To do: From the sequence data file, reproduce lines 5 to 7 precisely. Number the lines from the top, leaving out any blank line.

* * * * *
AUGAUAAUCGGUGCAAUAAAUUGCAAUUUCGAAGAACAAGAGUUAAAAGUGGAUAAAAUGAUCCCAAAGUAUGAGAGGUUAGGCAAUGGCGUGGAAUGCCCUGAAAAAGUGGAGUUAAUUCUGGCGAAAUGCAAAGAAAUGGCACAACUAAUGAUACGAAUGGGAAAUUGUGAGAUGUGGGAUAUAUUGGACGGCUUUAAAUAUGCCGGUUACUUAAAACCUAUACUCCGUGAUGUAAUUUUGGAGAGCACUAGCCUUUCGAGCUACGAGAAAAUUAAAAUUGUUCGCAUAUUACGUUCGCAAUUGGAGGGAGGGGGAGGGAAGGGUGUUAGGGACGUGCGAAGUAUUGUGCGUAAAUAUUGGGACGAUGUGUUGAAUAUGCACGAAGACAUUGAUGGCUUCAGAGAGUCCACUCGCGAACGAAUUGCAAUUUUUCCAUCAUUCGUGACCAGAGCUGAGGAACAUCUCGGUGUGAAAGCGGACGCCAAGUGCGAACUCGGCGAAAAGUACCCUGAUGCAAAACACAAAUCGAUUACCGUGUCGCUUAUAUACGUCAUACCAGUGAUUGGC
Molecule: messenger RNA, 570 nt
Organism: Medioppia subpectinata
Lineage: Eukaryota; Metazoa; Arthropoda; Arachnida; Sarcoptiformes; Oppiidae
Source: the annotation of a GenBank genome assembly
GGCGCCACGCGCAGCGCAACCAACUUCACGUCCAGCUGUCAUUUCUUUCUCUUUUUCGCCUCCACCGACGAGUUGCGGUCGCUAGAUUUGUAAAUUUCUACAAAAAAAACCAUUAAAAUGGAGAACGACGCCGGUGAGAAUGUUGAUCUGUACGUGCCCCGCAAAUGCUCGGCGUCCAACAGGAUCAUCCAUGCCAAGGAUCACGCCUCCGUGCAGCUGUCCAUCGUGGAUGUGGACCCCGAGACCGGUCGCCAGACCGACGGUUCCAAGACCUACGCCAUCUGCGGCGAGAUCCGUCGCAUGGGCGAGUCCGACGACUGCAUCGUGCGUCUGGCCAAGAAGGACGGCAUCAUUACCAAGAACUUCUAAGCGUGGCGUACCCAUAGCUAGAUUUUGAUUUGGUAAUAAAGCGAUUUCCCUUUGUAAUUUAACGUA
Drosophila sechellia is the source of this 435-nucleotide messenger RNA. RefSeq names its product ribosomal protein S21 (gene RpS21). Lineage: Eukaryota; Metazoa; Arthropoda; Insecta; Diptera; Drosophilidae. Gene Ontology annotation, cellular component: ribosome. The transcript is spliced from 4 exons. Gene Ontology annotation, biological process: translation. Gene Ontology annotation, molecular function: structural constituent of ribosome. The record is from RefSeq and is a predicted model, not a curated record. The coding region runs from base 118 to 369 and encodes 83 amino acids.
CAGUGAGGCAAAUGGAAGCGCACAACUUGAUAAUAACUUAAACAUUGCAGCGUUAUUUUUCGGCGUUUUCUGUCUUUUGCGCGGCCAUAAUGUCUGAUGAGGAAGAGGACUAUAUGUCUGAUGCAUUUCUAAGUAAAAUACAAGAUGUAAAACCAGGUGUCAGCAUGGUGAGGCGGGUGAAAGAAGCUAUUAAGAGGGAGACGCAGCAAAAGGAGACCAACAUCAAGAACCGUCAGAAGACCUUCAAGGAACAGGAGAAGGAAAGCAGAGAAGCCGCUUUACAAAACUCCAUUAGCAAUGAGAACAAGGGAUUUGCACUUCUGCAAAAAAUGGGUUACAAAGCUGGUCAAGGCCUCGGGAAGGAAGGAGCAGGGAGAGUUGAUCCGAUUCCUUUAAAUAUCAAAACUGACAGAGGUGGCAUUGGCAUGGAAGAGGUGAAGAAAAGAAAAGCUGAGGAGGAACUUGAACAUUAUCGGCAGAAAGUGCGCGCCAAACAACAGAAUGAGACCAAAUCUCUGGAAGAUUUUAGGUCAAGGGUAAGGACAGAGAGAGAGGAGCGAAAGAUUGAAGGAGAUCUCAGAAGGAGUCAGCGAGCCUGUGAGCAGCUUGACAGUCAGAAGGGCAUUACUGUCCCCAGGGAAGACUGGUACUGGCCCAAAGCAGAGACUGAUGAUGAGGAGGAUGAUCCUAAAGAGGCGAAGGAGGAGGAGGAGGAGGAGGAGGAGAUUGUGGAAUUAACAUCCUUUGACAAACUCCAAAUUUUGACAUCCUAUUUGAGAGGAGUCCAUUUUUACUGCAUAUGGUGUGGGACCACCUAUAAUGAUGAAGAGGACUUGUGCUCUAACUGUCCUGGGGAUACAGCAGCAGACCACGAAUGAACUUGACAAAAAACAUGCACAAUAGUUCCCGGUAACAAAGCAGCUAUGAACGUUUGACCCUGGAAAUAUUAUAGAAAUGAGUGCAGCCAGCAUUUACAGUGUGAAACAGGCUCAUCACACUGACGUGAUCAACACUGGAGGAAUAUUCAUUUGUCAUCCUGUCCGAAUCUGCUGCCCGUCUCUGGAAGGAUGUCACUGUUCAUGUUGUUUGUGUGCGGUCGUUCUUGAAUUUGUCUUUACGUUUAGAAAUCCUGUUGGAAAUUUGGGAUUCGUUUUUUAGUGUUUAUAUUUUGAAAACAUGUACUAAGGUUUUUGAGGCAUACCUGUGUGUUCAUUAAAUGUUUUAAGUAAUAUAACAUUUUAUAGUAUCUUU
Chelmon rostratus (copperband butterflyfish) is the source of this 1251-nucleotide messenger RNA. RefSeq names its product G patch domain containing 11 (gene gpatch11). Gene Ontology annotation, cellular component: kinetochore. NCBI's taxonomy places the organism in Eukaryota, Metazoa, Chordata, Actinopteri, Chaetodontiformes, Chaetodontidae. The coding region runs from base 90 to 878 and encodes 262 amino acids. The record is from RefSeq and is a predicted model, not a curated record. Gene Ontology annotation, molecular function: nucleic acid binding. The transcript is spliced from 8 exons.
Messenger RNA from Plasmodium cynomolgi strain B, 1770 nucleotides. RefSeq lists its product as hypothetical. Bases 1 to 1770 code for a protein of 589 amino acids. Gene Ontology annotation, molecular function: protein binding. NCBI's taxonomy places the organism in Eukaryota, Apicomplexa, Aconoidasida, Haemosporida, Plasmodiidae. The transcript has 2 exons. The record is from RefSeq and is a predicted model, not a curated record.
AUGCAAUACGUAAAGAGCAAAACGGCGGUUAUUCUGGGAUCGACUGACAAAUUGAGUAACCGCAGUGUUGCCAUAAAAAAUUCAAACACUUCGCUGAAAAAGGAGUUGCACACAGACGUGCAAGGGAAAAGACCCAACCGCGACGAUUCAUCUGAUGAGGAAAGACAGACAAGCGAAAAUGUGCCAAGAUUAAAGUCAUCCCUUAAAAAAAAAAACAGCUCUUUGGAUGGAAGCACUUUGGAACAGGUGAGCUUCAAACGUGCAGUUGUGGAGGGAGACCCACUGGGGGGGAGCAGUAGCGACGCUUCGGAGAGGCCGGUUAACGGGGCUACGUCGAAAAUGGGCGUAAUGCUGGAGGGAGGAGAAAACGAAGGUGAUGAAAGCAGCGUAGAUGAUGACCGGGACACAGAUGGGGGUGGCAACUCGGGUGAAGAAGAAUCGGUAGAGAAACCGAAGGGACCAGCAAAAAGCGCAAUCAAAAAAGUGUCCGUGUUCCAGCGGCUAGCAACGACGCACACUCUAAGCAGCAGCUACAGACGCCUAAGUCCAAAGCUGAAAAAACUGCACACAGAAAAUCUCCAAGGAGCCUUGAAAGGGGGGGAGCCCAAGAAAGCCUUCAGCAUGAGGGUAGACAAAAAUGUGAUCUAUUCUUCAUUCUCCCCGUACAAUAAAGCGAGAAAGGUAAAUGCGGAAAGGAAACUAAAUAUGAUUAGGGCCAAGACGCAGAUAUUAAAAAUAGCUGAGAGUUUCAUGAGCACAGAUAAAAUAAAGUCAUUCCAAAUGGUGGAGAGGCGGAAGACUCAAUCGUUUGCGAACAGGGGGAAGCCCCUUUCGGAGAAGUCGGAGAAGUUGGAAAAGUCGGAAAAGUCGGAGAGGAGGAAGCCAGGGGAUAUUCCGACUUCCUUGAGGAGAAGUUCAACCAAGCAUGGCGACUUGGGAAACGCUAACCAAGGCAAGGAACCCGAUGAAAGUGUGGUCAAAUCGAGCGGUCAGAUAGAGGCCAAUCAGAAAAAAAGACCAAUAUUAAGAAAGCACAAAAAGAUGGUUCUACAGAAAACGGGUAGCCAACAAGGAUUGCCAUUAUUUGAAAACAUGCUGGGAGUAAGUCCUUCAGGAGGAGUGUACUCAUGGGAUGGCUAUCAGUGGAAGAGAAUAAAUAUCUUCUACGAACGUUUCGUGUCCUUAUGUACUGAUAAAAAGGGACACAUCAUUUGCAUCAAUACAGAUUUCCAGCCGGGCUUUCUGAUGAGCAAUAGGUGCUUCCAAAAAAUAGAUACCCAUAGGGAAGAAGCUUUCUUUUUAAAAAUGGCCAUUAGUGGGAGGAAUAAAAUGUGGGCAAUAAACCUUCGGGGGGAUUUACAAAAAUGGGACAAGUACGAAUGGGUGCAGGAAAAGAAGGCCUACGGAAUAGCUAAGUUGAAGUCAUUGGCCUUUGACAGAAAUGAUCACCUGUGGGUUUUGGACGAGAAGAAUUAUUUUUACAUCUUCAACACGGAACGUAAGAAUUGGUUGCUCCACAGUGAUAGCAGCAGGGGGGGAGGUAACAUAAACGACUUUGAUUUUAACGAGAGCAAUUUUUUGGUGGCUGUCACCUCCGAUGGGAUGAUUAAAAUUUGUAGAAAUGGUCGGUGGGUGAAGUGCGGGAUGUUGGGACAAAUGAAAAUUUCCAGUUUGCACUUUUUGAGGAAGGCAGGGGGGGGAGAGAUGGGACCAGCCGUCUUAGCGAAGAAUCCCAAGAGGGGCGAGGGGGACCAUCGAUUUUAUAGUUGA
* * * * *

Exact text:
Source: the annotation of a GenBank genome assembly
GGCGCCACGCGCAGCGCAACCAACUUCACGUCCAGCUGUCAUUUCUUUCUCUUUUUCGCCUCCACCGACGAGUUGCGGUCGCUAGAUUUGUAAAUUUCUACAAAAAAAACCAUUAAAAUGGAGAACGACGCCGGUGAGAAUGUUGAUCUGUACGUGCCCCGCAAAUGCUCGGCGUCCAACAGGAUCAUCCAUGCCAAGGAUCACGCCUCCGUGCAGCUGUCCAUCGUGGAUGUGGACCCCGAGACCGGUCGCCAGACCGACGGUUCCAAGACCUACGCCAUCUGCGGCGAGAUCCGUCGCAUGGGCGAGUCCGACGACUGCAUCGUGCGUCUGGCCAAGAAGGACGGCAUCAUUACCAAGAACUUCUAAGCGUGGCGUACCCAUAGCUAGAUUUUGAUUUGGUAAUAAAGCGAUUUCCCUUUGUAAUUUAACGUA
Drosophila sechellia is the source of this 435-nucleotide messenger RNA. RefSeq names its product ribosomal protein S21 (gene RpS21). Lineage: Eukaryota; Metazoa; Arthropoda; Insecta; Diptera; Drosophilidae. Gene Ontology annotation, cellular component: ribosome. The transcript is spliced from 4 exons. Gene Ontology annotation, biological process: translation. Gene Ontology annotation, molecular function: structural constituent of ribosome. The record is from RefSeq and is a predicted model, not a curated record. The coding region runs from base 118 to 369 and encodes 83 amino acids.